Resource Titles: 
SNP arrays
Ploidy Diploid or Triploid
Chromosome Number n=17
Genome Size 750 Mb
Available Markers 2,614,649
Available Maps 117
Available QTLs 1,602
Available MTLs 37
Available Phenotype Data 13,052 measurements
Assembly  Name Analysis Name Date Constructed Stats


Malus x domestica GDR RefTrans V1


Malus x domestica GDR RefTrans V1





EST Reads: 326,941

RNA-Seq Reads: 2.1 billion

Assembled Contigs: 85,918


Cornell RNA_Seq Transcripts


Cornell RNA Seq Transcripts




EST Reads: 180.8 million

Assembled Contigs: 71,178


The domesticated apple (Malus x domestica) is the most economically important species in the Malus genus. Apples are one of the 20 most productive crops in the world when measured by tonnage, and the domesticated species is grown in temperate regions of the northern and southern hemispheres. The domesticated apple originated approximately 4000 years ago in central Asia, near the Tian Shan mountain range, where the borders of western China, Kazakhstan, and Kyrgyzstan meet. The main progenitor species is Malus sieversii, but there were additional genomic contributions from Malus orientalis and Malus sylvestris as the domesticated species spread westward. 
Domesticated apple is a self-incompatible tree, and apple cultivars are propagated by grafting scions onto dedicated rootstocks. Written records indicate that some apple cultivars were documented as early as the 1200s, and new cultivars are still developed through modern breeding techniques. Most domesticated apple cultivars are diploid (n=17), although triploid and tetraploid cultivars are also documented. The estimated genome size for domesticated apple is roughly 750 Mb, based on the genome sequence for the ‘Golden Delicious’ cultivar. 
Apple fruit is a good source of fiber and energy, and can be consumed in a variety of ways. Much of the crop is eaten fresh, and fresh fruit can be stored for up to a year in the right conditions. Apples can also be processed into sauce, fruit leather, cooked into other foods (such as pastries), or dried in slices. Apple juice can be consumed fresh, fermented into alcoholic beverages, or made into vinegar. China produces more apples than any country in the world, while Poland is the world’s leading apple exporter. The major challenges for apple breeding include increased disease resistance, especially for apple scab and fire blight, and increased marketability in terms of improved taste, texture, storage, and resistance to browning.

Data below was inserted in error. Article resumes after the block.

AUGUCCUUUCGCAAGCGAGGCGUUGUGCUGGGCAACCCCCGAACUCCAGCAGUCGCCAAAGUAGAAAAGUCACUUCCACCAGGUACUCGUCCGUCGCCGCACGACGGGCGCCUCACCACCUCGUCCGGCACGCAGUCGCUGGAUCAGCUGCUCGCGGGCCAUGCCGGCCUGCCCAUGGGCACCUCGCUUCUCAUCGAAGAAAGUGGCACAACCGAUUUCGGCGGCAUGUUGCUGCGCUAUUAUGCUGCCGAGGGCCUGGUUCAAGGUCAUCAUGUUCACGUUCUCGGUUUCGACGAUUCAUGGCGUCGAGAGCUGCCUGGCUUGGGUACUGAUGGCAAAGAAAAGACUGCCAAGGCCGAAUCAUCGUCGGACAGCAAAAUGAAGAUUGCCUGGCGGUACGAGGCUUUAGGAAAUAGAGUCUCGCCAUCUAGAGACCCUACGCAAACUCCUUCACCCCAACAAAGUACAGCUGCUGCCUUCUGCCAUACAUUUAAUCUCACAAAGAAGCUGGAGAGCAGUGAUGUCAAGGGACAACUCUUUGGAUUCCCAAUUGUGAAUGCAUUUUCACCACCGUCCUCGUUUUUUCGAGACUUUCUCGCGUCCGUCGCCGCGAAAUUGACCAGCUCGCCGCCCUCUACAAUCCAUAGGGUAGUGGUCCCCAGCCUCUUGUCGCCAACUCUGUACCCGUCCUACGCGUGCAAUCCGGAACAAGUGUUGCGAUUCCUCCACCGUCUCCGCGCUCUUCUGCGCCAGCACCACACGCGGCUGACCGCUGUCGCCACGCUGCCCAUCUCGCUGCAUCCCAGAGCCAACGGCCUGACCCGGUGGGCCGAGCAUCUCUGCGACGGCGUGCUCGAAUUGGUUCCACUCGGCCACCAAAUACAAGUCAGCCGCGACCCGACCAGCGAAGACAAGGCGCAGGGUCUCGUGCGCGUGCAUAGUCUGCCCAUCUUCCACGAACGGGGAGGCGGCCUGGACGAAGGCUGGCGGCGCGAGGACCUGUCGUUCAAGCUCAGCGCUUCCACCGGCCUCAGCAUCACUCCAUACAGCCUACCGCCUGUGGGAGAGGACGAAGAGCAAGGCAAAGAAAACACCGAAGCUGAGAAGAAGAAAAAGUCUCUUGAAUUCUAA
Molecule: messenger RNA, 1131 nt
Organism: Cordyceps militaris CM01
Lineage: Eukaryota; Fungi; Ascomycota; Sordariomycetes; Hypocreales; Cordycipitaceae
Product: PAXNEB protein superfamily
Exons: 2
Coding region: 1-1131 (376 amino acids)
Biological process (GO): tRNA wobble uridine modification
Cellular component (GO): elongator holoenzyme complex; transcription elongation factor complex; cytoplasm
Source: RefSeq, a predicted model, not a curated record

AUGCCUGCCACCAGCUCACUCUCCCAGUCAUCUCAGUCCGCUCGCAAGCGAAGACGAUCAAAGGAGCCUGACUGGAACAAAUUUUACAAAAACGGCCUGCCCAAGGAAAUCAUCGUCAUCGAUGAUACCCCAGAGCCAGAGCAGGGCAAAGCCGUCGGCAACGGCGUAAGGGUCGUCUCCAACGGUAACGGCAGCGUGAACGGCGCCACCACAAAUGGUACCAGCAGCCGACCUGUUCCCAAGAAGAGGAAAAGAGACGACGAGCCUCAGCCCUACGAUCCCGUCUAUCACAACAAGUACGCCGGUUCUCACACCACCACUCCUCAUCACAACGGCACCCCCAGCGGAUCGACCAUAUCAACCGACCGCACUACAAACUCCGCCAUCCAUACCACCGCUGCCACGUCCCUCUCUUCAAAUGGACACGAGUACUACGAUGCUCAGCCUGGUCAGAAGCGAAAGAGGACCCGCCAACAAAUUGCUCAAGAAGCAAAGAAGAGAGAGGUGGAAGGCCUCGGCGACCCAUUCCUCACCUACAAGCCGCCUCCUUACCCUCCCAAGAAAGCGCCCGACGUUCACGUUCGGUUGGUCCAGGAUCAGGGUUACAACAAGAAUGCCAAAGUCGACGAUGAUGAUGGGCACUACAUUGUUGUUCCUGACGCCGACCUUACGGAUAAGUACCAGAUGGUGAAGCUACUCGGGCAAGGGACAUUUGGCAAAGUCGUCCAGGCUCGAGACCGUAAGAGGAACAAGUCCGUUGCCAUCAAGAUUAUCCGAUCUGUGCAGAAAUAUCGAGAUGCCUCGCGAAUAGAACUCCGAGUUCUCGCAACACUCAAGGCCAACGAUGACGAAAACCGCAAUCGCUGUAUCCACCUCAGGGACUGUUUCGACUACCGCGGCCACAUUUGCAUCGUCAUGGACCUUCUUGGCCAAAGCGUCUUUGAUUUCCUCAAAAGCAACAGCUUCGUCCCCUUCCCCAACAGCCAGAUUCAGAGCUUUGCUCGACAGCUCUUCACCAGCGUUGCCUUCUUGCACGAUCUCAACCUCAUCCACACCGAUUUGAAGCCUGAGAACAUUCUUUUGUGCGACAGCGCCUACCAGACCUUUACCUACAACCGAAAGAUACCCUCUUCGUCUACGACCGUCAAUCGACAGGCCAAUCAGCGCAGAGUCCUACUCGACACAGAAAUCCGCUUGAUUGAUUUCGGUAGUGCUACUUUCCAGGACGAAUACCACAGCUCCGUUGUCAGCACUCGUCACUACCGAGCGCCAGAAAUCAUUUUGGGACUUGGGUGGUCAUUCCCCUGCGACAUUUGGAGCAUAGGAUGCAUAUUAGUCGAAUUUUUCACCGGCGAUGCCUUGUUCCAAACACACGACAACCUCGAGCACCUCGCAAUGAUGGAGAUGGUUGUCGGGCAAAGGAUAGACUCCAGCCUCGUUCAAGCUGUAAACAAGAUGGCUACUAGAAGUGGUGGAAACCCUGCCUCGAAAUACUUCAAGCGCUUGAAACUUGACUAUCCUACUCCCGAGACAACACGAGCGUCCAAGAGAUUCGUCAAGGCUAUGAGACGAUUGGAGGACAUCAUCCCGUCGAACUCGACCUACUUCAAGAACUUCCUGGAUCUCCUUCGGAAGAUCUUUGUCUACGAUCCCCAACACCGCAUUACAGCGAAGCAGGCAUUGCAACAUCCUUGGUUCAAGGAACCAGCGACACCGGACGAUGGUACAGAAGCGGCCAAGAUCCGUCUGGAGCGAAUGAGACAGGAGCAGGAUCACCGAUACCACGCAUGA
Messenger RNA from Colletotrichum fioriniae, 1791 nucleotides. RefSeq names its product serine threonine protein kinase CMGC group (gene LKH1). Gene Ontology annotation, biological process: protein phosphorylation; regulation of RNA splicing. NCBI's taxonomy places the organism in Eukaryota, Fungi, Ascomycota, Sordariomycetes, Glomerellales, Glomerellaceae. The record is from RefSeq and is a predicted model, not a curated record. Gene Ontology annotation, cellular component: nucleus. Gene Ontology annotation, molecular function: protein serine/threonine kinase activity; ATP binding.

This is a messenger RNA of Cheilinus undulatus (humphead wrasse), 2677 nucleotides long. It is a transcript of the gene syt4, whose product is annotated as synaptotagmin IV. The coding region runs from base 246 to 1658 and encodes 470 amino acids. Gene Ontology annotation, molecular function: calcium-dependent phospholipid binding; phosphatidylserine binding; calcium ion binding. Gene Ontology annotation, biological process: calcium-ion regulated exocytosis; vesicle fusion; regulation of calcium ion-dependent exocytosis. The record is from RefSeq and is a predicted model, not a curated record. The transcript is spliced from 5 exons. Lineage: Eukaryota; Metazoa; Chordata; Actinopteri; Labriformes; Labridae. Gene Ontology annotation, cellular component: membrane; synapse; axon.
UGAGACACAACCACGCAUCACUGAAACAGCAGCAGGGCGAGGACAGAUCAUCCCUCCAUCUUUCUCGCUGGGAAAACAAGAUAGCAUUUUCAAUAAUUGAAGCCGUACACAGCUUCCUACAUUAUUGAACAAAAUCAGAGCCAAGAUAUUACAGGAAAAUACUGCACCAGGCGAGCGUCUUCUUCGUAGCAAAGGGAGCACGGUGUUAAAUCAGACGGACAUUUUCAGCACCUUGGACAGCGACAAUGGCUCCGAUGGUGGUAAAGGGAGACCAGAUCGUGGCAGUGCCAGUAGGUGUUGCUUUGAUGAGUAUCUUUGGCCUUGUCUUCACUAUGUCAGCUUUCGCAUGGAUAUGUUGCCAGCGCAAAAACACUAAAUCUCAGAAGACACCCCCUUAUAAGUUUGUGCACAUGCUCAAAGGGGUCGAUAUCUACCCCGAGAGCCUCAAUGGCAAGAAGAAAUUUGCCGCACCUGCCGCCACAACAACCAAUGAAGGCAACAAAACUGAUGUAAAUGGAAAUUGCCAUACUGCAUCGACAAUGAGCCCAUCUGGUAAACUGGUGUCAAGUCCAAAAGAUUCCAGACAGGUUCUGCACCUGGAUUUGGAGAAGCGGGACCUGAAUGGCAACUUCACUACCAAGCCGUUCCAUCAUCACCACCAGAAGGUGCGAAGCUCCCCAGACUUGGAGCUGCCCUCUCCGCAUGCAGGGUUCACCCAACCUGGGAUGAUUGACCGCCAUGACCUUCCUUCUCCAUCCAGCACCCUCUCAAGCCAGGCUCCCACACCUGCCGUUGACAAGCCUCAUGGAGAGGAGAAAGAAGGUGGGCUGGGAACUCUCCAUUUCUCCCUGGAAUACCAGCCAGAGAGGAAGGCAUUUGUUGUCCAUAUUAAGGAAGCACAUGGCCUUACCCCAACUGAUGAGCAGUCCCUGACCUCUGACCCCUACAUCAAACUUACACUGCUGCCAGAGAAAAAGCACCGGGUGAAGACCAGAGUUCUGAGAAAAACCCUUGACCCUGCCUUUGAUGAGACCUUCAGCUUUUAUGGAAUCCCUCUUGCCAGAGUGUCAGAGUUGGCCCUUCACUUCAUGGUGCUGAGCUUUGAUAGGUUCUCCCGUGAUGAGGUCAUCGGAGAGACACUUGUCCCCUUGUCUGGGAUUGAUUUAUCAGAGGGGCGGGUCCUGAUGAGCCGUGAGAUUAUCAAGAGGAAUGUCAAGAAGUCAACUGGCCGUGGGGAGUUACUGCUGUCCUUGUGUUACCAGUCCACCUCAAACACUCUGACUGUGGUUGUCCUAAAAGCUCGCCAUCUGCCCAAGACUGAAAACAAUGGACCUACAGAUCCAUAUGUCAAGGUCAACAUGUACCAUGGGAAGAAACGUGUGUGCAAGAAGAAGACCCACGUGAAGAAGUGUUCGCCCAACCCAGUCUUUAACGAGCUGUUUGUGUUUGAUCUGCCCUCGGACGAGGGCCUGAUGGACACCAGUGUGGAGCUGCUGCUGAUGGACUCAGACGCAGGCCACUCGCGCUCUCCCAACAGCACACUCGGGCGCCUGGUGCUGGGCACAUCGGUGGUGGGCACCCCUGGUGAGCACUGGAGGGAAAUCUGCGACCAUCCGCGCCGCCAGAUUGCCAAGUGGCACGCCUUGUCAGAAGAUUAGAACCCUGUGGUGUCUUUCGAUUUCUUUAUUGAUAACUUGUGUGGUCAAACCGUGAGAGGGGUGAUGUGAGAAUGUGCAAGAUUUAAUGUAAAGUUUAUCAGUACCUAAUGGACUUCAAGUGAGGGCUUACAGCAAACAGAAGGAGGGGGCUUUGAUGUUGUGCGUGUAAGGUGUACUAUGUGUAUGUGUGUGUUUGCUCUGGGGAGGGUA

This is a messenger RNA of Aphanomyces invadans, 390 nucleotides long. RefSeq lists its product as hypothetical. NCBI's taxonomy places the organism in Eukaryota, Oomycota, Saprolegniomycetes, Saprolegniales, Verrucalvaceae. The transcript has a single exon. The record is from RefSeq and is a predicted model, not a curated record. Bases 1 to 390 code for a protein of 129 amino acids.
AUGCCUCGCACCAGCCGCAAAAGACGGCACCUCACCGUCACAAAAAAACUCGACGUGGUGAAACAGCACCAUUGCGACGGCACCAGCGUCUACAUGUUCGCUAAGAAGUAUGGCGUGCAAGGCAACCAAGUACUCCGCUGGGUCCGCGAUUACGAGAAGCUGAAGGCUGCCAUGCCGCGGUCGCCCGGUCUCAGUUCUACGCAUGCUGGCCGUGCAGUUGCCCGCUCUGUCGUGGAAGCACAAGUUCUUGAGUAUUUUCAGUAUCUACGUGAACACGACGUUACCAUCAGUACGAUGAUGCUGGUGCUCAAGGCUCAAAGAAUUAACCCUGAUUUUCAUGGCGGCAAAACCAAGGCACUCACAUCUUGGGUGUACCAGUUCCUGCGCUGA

Ploidy Diploid
Chromosome Number 2n=2x=14
Genome Size 240 Mb
Genome Assemblies 7
GRIN Taxonomy 264
Resource Titles: 
Whole genomes
Resource Blocks: 

Fragaria vesca is the diploid strawberry species with the widest geographic distribution, comprised of four subspecies. In the Americas, F. vesca is represented by ssp. americana (N. America, east of the Rockies), F. v. ssp. bracteata (Pacific Northwestern N. America, Rockies and westward, and into northwestern Central America), and F. v.  ssp. californica (California coast). The fourth F. vesca subspecies, ssp. vesca, is European, distributed on the continent and eastward to at least Lake Baikal. Within F. v. ssp. vesca, both wild and cultivated forms exist. The wild forms display the typical strawberry features of red fruit, stolons (runners), and seasonal flowering. Small scale (mostly home garden) cultivation of F. v. ssp. vesca is focused on the so-called ‘semperflorens’ or ‘Alpine’ forms, which exhibit perpetual flowering and among which are also found runnerless and/or yellow-fruited forms. Perpetual flowering, runnerless, and yellow fruit color traits are each monogenic recessives. The three corresponding responsible genes are located on separate chromosomes and assort independently. The first instances of genetic linkage in strawberry were reported in F. vesca in 1995, each involving a morphological trait and an allozyme locus.

Due to its favorable qualities including self-compatibility, abundant seed production, small plant size, diversity of forms, amenability to in vitro manipulation, and small genome size (1C = 240 Mbp), F. v.  ssp. vesca f. semperflorens has attracted the investment of the international strawberry research community into the development of genomic resources, thereby establishing a diploid model system for strawberry. Moreover, F. vesca is a subgenomic contributor to the genomes of the octoploid strawberry species, thereby providing a relevant and genetically/genomically simple alternative as compared with the respective complexities associated with octoploidy. 

For genomic resource development, particular examination was given to a seedling-derived clone named F. vesca ssp. vesca ‘Hawaii 4’. This runnering, yellow-fruited, semperflorens clone drew initial interest due to its responsiveness to in vitro regeneration and Agrobacterium-mediated transformation procedures. In 1997, the first strawberry genetic linkage map was constructed in F. vesca, using the progeny of a cross between F. v.  ssp. vesca f. semperflorens ‘Baron Solemacher’ and F. v.  ssp. americana ‘WC6’. The Hawaii 4 genome sequence was published in 2011 (V 1.0), revised that same year (V 1.1), re-annotated in 2014 (V 1.1.a2), and revised again in 2014 (V 2.0.a1). The Hawaii 4 genome assembly has become in indispensable and invaluable tool for strawberry genetic/genomic research, and was the reference genome used in the SNP discovery process leading to the design and commercial release of the Axiom® IStraw90® strawberry SNP array in 2015, a new and important tool in support of marker-assisted breeding efforts in the cultivated strawberry.